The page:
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Truckers Fight Against Bill AB5, No Backup from Teamsters or State of California

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The state of California and Teamsters file briefs against Western States Trucking Association's AB5 lawsuit regarding independent contractors.

Santa Clara, CAUber and other gig-based companies aren’t the only ones battling California labor law Assembly Bill 5.  Late last year, the Western States Trucking Association and the California Trucking Association also filed lawsuits challenging AB5 and its “ABC test”, which has now been challenged by the state and the Teamsters.

In early May, the California Attorney General and the International Brotherhood of Teamsters urged the court to shut down the Western States Trucking Association’s lawsuit claiming that AB5 unfairly burdens motor carrier operations and is preempted. On May 4, both the state and the Teamsters told a California federal judge that the WSTA has misinterpreted AB5, and that the trucking group’s claims of imminent harm are “speculative and completely overblown”.

The WSTA, which represents 6,000 trucking operators, argues that AB5’s mandate to classify workers as employees rather than independent contractors, prevents “a construction trucking subcontractor of any size from contracting with other independent trucking companies, and mandate[s] that subcontractors must negotiate with, contract with, and get compensated directly by the licensed contractor,” according to Law360 and court documents.

According to the WSTA, an “onerous and unduly restrictive exemption” in AB5 as it relates to the construction industry spells legal liability for construction trucking operators because of its confusing interpretation of licensed and other contractors.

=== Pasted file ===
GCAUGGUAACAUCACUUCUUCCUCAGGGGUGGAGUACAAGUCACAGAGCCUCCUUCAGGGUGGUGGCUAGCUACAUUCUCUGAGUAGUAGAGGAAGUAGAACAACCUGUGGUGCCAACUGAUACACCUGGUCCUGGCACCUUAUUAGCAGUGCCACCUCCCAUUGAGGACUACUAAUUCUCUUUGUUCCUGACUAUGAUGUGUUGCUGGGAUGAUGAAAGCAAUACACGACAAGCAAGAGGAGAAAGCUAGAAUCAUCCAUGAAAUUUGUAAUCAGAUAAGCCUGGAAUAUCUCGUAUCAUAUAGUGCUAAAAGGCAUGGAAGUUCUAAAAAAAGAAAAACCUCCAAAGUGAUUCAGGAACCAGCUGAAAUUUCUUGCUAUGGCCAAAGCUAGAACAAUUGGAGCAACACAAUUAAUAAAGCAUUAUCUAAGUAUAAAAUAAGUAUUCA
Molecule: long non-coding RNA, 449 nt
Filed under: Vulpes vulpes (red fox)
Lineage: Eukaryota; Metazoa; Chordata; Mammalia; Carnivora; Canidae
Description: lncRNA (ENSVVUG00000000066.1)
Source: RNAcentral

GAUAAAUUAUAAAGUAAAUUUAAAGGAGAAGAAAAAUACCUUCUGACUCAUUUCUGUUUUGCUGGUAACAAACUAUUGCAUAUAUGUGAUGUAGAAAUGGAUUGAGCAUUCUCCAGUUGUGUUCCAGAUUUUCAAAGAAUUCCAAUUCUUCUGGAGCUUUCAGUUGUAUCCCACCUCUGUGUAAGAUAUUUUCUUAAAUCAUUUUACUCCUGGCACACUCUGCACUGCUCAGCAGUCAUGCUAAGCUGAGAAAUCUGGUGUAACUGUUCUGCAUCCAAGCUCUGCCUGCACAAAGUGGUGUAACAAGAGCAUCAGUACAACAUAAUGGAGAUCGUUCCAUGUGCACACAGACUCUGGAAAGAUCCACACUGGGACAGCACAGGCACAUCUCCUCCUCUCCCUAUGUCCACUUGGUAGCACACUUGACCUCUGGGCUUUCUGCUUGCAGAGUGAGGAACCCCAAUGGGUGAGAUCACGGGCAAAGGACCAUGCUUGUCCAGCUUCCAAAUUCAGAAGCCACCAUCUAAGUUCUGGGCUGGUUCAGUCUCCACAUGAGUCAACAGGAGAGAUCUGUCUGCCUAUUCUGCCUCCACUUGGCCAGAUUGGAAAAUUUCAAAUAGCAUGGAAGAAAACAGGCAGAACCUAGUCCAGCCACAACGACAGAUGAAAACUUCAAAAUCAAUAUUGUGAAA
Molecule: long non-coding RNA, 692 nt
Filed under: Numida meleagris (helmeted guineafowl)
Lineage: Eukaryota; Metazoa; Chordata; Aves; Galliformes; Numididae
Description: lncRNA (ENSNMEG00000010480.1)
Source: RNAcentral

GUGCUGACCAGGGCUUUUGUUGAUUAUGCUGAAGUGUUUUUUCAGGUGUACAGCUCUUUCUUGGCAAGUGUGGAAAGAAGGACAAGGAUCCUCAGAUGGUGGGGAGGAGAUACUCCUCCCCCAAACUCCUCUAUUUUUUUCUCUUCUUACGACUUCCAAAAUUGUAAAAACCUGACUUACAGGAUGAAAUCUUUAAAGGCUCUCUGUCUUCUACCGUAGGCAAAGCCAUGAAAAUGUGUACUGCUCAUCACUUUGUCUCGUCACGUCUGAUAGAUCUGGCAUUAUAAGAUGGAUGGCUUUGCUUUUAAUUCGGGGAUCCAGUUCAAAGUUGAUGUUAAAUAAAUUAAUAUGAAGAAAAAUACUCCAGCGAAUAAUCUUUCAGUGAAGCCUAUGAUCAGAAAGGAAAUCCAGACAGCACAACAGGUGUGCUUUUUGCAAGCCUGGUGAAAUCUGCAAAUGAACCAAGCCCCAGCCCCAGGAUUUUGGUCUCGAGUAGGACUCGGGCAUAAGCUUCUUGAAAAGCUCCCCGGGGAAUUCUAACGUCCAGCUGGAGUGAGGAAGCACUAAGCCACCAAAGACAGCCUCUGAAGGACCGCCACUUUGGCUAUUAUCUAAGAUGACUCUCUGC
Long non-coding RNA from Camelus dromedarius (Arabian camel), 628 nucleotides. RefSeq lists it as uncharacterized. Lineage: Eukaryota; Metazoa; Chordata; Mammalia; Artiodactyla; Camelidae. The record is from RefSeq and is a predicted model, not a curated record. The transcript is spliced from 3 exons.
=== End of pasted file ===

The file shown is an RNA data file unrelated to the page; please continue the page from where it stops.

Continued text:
The WSTA argues that how the state of California intends to apply that exemption is problematic. For instance, “a licensed contractor's liability as an employer may depend on factors completely out of their control, such as whether their subcontractor treated their sub-subcontractor drivers as employees or not,” the WSTA said, and reported by Law360, adding that it is "irrational to hinge such consequential liability on a contractor when he can do little or nothing to prevent or mitigate that liability.”

Truckers Oppose the ABC Test

The WSTA has been opposed to classifying workers as employees rather than independent contractors since July 2018, when it filed a lawsuit against the state over Dynamex where the California Supreme Court ruled against Dynamex, holding that employers must presume workers are employees (and pay them accordingly),  and it adopted the ABC test.

Employers--including trucking industry employers-- under AB5 are now required to provide employee benefits to new employees, including healthcare coverage. And they must track for contract workers their hours of services, wages and other employee level details. If truckers don’t comply, penalties could be costly.

The “ABC test” is at issue, particularly the “B” requirements that prohibits companies from using independent contractors unless the worker was performing work “outside the usual course of the hiring entity’s business.” The trucking associations argue that the bill wrongfully restricts the ability of trucking companies to provide services as owner-operators.

At issue is the following:

“A person providing labor or services for remuneration shall be considered an employee rather than an independent contractor unless the hiring entity demonstrates that the person is free from the control and direction of the hiring entity in connection with the performance of the work, the person performs work that is outside the usual course of the hiring entity’s business, and the person is customarily engaged in an independently established trade, occupation, or business.”

The case is Western States Trucking Association v. Xavier Becerra et al., case number 5:19-cv-02447, in the U.S. District Court for the Central District of California.


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